With tens of thousands of homebuyers bidding far above list prices, lenders have seen a surge of cases where the offer price is greater than the property value. Or at least, greater than the property value as judged by a bank appraiser.


iStock-1244912561.jpg

iStock-1244912561.jpg


“We’ve seen a rise in the number of appraisal reports with values below the purchase price, and estimated value for refinances,” says Christopher Bisson, founder and chief executive of Value Connect, an appraisal management company.

In almost half the cases where a property sells for more than the appraised value, he sees mortgage advisers asking realtors to search for recent comparable sales that support the higher value.

Mark Ostland, director of mobile experience at Meridian, Ontario’s largest credit union, has also seen a spike in properties that don’t appraise for the purchase price, compared with 2020. He estimates that 10 per cent to 20 per cent of Meridian’s Toronto deals fall in that category.

WHAT COULD GO WRONG?

Overbidding on a home purchase carries at least four risks, Mr. Ostland says.

  • An insufficient appraisal could make your down payment too small and/or your debt service ratios too high, meaning “your approval is now a decline” – if you don’t have other resources.
  • You be forced to dip more into your savings. That could mean tapping “RRSP assets, vacation money or even going back to Mom and Dad.”
  • You might have to shed debt or come up with more income, by using a co-signor, for example. “We’re seeing an influx of deals with multiple applicants,” Mr. Ostland says.
  • Worst case, you may have to walk away. In that scenario, “at a very minimum the seller is going to keep the deposit,” assuming you didn’t have a condition that lets you out of the deal. You could also face legal action for breach of contract, especially if prices drop and the seller can’t get what you offered from someone else.

Mr. Ostland cites an example in which a Toronto-area couple bid $1.6-million for a property and the appraisal came in at just $1.4-million. They had no other resources to make up the difference between the originally anticipated mortgage amount and the lower, revised mortgage the lender was going to give them. But, fortunately, they were smart enough to make their purchase subject to financing, so they were able to back out and not lose their deposit.

“In this market you’re going to have multiple buyers,” Mr. Ostland says. So it’s not surprising that almost three out of four Toronto houses sold over asking in April, according to Realosophy. The average sale price was 7 per cent more than list price – compared with 1 per cent more in April, 2019. Of course, part of that is because realtors are purposely underpricing homes to generate interest.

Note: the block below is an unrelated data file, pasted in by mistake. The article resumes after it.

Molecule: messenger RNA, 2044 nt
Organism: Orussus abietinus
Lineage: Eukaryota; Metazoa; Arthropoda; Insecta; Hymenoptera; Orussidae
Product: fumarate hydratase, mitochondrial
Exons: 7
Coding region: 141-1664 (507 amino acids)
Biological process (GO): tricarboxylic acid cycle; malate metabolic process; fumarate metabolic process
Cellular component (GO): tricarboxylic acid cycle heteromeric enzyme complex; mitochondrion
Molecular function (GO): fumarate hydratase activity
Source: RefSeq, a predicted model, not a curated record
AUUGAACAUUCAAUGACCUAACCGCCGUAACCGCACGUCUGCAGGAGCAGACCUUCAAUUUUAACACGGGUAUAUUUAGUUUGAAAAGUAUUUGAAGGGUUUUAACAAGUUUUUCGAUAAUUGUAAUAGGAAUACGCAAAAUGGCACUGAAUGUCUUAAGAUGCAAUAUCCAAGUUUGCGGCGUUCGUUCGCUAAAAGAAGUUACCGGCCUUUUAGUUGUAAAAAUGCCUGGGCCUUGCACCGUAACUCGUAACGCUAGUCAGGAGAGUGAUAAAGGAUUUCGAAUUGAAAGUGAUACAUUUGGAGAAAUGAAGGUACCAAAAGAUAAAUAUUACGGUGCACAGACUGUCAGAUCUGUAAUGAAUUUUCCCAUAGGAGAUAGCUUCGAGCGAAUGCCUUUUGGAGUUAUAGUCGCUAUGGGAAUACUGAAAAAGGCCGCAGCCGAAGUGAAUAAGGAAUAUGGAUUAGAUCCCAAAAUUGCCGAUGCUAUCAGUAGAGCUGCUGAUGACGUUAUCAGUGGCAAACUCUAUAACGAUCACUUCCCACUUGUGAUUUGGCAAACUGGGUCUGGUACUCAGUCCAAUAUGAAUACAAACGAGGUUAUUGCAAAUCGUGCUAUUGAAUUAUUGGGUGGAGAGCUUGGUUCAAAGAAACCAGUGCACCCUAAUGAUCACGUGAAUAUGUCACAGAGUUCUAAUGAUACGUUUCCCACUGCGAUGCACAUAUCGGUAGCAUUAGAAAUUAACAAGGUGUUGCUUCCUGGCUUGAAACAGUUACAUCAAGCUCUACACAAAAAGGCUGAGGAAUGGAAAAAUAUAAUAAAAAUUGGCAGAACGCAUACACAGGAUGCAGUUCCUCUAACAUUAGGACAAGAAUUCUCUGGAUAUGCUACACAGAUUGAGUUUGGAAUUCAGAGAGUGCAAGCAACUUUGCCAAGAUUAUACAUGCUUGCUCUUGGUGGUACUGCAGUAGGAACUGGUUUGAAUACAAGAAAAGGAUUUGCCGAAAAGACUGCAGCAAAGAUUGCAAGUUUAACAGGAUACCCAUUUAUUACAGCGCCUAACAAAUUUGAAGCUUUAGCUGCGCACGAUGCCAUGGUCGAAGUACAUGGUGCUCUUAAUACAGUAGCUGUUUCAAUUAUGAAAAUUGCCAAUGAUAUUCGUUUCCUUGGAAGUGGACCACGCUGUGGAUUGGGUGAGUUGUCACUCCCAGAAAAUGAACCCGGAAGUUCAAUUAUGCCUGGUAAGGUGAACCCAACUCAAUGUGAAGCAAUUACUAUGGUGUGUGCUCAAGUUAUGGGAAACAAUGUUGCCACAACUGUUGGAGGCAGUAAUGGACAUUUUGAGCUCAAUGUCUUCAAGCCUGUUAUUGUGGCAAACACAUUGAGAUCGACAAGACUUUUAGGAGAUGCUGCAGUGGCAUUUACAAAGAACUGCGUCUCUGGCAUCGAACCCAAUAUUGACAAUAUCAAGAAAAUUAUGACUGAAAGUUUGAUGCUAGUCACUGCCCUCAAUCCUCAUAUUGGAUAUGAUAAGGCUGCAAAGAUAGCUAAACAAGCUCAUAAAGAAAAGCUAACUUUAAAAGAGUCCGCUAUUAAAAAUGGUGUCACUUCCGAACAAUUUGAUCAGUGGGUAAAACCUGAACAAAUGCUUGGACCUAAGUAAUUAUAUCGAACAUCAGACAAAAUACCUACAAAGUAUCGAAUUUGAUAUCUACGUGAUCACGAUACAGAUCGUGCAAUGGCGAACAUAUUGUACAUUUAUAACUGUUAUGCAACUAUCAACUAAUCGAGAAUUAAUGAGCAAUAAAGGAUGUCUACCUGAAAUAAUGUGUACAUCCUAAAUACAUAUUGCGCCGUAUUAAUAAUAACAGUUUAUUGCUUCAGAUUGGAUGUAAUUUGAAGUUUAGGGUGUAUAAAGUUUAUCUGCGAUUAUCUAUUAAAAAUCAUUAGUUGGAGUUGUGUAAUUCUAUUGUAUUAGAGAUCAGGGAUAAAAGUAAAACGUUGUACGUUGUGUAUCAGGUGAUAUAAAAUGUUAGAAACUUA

In hypercompetitive markets, the offer that is accepted most often has no conditions, he says, something Meridian Credit Union cautions borrowers against.

“Our recommendation is to have a financing condition. In reality, it’s tougher if you really want the home ... but protecting yourself is number one.”

Instead, sweeten your offer in other ways such as agreeing to the seller’s preferred closing date, submitting a mortgage preapproval with the offer, having the appraisal within 48 hours and making a larger than normal deposit.

Mr. Ostland cites another example outside the Greater Toronto Area where an appraisal came in $25,000 under the purchase price. “The buyer and seller came together to make it work.” The seller came down $10,000 and the purchaser ate the rest. Sharing the difference was possible only because the buyer’s financing condition gave him leverage.

HAVE A PLAN B

Overpaying is fraught with risk in any market, let alone a market where average home values are up a record 41.9 per cent nationally in just 12 months.

Those paying significantly over list price need a foolproof backup plan. Here’s an example that shows why:

  • You have exactly $210,000 for a down payment
  • You offer $1.05-million on a home
  • The home appraises for $100,000 below what you paid

In this case, a mainstream lender would only approve a maximum $760,000 mortgage (80 per cent of the $950,000 appraisal).

That means you’d have to come up with $80,000 more ($290,000 total) to bridge the gap between the $1.05-million you agreed to and the maximum mortgage amount.

Borrowers who know they’ll be able to put down at least 20 per cent regardless can technically take more chances.

But, if you’ve got only the minimum required down payment (5 per cent to 7.5 per cent), don’t even ponder buying in this market, unless you have: a financing condition or a way to come up with more cash if the property appraisal is less than the sale price.

And don’t forget, mortgages with less than 20 per cent down require two parties to approve you, the lender and the default insurer. If either of them isn’t comfortable with the risk of a property – valuation risk or otherwise – you may be caught without a financing clause.

That’s a key point for someone getting a preapproval. The reason? Appraisals aren’t done on preapprovals, and your application generally won’t be sent to the insurer. Those things happen only after you sign a purchase agreement.

If there’s a theme here, it is this: Know your limit and buy within it.

Nothing haunts you like the house you didn’t get, some realtors like to say. But let me tell you, buyer’s remorse is pretty haunting in its own right.

Robert McLister is mortgage editor at RATESDOTCA and founder of RateSpy.com and intelliMortgage.


This Globe and Mail article was legally licensed by AdvisorStream.

Aaron Fransen, CFP®, CHS profile photo
Aaron Fransen, CFP®, CHS
CERTIFIED FINANCIAL PLANNER® Professional
Fransen Financial Inc.
Office : 604-531-0022